Gentoo Sandbox Methodology And Troubleshooting


This document is a guide that provides a general framework that novice users/developers can follow in understanding and diagnosing sandbox violation issues. It tries to formalize a troubleshooting methodology so that those uninitiated with the process of debugging sandbox violations will be better equipped to handle such situations when they arise.

Sandbox Violations Explained

The way portage works when you want to emerge some package is as follows:

  1. Portage fetches the needed source tarballs and patches (if necessary).
  2. Portage unpacks the source tarballs to a staging area where all the compilation will take place - portage uses /var/tmp/portage/packagename/work by default
  3. After unpacking and possible patching (this is done in src_unpack() function in the ebuild) portage goes on to do the actual compilation usually just running configure and make in the staging area (ebuilds use ${WORKDIR} to denote this area).
  4. When compilation finishes successfully, portage merges all the files from the staging area to the live filesystem. (usually /, but this can be changed by setting ROOT=''/some path'' when emerging) To avoid bad and/or broken ebuilds from destroying parts or all of the filesystem we need to restrict what areas of the filesystem can portage write to during unpacking and compilation. This is where the sandbox comes into play. By default, the sandbox is set up so that the ebuilds (and everything they run in turn) are restricted to write to the staging area. If an ebuild violates this protected environment known as the sandbox by trying to write outside the staging area - this is denoted as a sandbox violation.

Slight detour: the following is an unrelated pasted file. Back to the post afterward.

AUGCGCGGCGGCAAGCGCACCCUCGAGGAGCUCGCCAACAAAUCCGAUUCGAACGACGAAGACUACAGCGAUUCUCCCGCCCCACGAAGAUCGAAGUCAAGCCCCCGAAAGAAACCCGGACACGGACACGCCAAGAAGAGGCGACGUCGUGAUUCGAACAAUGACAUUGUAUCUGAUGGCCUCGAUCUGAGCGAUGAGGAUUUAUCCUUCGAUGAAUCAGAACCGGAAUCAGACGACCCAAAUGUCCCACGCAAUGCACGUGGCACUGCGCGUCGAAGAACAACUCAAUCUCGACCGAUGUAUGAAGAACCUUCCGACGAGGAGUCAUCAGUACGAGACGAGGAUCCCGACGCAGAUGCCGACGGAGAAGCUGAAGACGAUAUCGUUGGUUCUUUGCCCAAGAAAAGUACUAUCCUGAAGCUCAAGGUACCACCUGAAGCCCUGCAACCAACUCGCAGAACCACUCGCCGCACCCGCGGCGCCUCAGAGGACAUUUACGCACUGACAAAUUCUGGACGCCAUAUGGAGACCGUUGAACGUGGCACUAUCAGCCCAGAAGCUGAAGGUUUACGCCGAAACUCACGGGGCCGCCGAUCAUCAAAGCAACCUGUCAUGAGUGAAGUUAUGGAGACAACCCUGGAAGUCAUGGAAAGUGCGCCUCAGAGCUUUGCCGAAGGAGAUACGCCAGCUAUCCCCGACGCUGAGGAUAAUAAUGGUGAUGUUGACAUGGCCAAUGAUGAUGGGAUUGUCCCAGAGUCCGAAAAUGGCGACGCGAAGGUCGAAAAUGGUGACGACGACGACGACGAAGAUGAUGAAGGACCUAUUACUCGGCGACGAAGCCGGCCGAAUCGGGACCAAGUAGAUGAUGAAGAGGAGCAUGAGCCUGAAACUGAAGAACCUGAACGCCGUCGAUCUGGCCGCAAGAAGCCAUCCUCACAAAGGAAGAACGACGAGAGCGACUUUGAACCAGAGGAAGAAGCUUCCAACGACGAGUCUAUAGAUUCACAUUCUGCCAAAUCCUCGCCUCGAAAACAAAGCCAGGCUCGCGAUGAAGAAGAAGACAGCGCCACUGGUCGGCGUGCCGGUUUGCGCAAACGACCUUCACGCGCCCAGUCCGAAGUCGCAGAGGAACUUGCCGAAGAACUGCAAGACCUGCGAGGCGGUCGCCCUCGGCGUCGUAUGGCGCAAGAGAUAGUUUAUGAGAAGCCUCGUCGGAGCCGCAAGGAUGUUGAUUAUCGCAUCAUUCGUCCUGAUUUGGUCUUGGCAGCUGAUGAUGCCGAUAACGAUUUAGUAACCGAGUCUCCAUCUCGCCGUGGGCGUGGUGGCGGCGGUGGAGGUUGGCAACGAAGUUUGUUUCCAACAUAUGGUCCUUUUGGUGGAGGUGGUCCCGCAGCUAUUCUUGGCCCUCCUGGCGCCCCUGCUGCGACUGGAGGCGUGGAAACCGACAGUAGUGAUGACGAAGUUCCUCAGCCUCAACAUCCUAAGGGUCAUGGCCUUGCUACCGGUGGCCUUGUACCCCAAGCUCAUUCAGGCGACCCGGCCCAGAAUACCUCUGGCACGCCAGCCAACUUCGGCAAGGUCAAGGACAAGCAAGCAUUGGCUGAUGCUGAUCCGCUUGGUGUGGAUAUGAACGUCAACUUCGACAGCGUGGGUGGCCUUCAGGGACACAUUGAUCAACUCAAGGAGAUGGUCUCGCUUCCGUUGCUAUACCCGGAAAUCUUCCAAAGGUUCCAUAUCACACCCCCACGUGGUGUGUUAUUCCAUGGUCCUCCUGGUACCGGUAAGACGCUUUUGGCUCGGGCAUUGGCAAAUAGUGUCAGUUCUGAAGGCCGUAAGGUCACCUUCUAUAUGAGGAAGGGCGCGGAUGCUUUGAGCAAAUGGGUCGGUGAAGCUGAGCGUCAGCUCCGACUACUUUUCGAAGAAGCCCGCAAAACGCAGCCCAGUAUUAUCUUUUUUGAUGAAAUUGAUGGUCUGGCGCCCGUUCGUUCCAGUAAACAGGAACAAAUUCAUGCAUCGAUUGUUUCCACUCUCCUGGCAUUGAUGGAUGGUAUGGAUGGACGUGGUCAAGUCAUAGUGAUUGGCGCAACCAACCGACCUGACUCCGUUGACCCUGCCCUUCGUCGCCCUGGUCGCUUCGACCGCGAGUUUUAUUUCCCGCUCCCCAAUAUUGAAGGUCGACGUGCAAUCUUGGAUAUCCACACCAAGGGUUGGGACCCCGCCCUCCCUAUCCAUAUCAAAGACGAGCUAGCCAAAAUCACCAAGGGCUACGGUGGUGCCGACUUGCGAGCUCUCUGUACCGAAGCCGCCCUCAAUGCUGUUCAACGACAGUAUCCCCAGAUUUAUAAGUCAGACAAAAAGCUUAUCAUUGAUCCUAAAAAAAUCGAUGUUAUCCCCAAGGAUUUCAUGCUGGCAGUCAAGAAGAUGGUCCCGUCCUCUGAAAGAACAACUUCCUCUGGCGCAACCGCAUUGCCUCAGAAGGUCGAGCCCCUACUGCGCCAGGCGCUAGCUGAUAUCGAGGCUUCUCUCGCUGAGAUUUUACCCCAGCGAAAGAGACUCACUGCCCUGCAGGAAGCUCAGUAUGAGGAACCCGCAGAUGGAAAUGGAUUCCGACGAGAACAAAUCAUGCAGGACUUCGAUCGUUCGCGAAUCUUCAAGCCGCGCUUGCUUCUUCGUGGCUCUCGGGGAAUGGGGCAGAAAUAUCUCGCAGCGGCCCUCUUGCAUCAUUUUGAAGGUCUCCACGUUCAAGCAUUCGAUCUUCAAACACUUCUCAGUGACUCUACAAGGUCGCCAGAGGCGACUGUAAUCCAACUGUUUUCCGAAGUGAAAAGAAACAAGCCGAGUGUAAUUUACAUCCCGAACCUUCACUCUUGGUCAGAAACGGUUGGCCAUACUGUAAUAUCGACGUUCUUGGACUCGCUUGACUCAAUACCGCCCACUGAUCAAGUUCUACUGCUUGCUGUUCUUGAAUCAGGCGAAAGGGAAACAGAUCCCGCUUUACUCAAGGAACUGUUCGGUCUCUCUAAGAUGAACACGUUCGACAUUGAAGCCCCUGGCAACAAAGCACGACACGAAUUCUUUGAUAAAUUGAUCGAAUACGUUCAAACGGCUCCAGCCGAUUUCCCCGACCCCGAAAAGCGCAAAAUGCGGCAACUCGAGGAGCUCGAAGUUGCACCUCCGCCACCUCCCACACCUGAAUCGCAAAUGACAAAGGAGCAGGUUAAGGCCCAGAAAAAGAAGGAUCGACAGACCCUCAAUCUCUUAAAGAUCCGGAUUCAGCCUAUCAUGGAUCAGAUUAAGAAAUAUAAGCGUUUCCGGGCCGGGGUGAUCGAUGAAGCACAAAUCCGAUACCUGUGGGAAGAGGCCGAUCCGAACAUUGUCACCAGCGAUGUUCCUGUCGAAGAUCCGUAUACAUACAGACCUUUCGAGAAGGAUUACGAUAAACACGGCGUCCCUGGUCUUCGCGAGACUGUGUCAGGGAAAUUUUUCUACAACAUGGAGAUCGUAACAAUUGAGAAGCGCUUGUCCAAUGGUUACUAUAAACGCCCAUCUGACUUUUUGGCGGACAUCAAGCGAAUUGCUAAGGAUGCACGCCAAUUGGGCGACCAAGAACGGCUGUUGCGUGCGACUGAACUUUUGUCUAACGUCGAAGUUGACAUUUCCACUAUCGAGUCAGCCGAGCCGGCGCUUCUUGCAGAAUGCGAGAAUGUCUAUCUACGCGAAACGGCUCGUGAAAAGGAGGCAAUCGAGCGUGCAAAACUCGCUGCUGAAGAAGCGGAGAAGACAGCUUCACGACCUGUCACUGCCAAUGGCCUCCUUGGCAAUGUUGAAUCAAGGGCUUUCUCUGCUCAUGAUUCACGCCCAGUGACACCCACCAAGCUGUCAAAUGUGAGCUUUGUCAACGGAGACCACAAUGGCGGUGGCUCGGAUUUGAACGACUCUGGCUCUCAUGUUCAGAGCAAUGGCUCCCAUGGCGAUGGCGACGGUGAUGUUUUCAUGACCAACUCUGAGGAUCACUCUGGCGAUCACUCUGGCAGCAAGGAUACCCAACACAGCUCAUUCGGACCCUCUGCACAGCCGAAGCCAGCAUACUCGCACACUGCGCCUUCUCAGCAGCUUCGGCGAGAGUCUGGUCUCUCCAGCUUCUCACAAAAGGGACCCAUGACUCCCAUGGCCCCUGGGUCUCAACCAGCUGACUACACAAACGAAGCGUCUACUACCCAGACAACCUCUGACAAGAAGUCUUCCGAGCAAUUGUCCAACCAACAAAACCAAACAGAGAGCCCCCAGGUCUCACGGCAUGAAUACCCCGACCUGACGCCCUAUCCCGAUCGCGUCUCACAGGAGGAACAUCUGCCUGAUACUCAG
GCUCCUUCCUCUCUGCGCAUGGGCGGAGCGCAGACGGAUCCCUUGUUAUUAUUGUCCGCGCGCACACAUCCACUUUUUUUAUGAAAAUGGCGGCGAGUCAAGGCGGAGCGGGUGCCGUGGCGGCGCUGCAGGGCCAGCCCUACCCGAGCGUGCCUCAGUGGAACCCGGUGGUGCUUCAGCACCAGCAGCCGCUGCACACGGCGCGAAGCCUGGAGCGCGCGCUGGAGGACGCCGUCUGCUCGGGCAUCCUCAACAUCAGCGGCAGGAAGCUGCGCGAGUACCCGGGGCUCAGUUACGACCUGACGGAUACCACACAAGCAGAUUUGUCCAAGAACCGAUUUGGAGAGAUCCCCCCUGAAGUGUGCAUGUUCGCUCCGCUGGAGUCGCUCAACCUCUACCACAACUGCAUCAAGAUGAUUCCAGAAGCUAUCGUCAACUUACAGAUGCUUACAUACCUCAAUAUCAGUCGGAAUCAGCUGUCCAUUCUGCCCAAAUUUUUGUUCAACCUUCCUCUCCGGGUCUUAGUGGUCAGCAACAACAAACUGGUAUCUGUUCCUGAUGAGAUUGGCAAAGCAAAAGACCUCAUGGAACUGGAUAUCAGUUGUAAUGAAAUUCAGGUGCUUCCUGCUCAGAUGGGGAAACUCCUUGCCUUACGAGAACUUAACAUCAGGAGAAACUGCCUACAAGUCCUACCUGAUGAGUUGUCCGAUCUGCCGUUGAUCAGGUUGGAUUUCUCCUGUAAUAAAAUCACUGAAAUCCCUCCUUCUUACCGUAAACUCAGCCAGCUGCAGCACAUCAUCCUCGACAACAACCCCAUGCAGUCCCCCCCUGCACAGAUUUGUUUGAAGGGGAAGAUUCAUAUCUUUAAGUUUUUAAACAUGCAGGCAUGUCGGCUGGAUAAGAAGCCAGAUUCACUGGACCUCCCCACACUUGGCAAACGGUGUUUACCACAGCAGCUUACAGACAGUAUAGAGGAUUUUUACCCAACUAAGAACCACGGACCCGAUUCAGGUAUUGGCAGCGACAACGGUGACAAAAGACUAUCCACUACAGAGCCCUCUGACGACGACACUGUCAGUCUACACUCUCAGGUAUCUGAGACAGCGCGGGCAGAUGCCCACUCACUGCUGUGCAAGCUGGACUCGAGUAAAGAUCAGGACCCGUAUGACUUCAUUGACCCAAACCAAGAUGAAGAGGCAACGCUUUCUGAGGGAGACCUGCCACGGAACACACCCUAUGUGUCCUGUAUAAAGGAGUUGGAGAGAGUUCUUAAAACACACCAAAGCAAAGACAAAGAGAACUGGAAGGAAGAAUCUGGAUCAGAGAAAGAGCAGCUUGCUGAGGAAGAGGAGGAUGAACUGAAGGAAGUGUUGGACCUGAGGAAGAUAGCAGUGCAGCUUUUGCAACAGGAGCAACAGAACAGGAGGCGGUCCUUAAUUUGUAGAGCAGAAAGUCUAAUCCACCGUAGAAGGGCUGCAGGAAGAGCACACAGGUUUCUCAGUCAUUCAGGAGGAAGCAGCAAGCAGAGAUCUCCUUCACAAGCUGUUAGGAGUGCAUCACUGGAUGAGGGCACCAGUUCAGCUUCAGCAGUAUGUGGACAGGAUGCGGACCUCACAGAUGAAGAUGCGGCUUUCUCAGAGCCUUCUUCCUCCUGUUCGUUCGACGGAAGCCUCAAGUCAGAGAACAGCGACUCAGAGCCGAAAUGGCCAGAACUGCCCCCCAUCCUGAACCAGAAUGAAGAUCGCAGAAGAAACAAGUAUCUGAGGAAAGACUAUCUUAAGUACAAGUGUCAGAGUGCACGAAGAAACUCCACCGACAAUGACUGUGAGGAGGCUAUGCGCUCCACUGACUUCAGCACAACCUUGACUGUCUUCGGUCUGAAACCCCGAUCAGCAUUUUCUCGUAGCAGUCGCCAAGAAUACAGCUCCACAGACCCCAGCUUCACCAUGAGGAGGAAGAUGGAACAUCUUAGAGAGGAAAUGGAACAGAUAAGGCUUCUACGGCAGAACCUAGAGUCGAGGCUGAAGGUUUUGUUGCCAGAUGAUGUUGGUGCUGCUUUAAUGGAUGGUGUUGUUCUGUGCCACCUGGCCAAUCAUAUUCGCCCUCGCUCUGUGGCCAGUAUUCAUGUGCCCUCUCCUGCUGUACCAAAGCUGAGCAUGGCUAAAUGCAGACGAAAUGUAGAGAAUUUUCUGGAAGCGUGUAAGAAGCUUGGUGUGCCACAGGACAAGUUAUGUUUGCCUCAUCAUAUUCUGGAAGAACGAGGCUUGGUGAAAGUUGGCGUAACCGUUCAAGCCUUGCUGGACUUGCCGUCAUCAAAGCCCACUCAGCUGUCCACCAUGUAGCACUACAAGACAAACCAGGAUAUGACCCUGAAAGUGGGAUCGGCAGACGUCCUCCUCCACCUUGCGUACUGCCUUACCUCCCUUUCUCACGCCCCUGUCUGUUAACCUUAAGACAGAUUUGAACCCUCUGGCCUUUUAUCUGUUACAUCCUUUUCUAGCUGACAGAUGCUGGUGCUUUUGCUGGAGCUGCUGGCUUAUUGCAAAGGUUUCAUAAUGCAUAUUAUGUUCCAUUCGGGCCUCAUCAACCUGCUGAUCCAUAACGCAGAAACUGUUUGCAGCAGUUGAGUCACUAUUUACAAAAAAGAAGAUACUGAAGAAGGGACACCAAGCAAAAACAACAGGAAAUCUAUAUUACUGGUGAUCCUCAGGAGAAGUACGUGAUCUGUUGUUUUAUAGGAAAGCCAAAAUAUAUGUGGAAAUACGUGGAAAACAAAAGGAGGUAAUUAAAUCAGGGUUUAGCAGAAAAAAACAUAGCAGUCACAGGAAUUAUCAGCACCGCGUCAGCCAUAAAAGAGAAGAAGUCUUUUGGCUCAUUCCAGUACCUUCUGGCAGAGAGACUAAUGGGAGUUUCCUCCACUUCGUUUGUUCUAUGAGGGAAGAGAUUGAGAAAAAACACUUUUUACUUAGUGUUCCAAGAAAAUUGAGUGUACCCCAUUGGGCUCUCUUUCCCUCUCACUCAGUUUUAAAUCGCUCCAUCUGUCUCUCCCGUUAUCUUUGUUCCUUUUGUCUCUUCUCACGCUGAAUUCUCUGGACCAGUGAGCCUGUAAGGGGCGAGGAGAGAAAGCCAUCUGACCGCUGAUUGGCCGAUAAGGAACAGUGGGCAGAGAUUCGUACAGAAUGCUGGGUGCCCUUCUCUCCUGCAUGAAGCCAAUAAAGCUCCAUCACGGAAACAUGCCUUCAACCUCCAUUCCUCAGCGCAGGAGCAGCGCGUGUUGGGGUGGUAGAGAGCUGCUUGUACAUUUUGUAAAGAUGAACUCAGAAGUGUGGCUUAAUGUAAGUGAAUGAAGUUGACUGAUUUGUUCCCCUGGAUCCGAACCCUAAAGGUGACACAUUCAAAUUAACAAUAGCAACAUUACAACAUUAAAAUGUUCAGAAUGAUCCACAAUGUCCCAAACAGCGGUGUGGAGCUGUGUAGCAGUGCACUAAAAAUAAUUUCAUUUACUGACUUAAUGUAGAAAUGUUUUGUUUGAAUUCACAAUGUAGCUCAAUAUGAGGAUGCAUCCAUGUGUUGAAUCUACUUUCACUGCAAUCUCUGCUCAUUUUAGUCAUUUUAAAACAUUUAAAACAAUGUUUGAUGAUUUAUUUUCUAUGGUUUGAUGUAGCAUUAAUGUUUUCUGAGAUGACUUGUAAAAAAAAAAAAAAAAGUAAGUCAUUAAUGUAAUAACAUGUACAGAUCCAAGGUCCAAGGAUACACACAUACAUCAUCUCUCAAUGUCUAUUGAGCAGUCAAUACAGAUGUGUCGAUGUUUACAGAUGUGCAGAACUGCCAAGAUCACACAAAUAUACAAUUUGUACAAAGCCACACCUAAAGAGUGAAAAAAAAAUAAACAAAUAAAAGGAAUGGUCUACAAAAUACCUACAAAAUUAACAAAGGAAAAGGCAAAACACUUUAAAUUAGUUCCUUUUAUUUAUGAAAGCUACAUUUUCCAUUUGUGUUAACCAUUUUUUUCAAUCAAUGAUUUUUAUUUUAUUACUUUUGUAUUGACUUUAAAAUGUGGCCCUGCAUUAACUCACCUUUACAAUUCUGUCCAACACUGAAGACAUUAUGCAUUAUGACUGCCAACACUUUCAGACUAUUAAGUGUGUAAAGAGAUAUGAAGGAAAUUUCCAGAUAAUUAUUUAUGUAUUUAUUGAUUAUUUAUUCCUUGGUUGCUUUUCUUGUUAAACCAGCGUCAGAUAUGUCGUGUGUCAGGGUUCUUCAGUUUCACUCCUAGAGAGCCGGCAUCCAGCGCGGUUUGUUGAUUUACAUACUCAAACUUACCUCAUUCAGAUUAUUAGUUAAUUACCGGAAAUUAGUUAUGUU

Sandbox Violation: Definition

A sandbox violation is any attempt by an ebuild during an emerge to write outside the portage predefined staging area or protected environment known as the sandbox.


The sandbox is a control mechanism used by portage originally to aid in debugging of ebuilds. Its main purpose is to provide a safe and protected environment for running programs whose functions are not entirely known. Essentially it provides an environment where building of packages can occur without interfering with the operation of the rest of the system. It basically prevents the build process from getting out of control. By now the reasons should be clear why having ebuilds write outside the sandbox can be problematic.

Sandbox Violation Troubleshooting: Principles and Techniques

Do not re-invent the wheel.

Use bugzilla database at as a valuable debugging research tool. Search for the specific sandbox violation error message you have encountered using keyword search and see if there are any other ebuilds that have had the same problems or issues in the past. If there are such instances examine those further to see if anyone has found a solution to that particular problem. Analyze how those corrections were implemented in the affected ebuilds. If there are alternative corrections use the more simple and elegant solution. Then use common sense and intuition to apply a similar fix to your specific problem.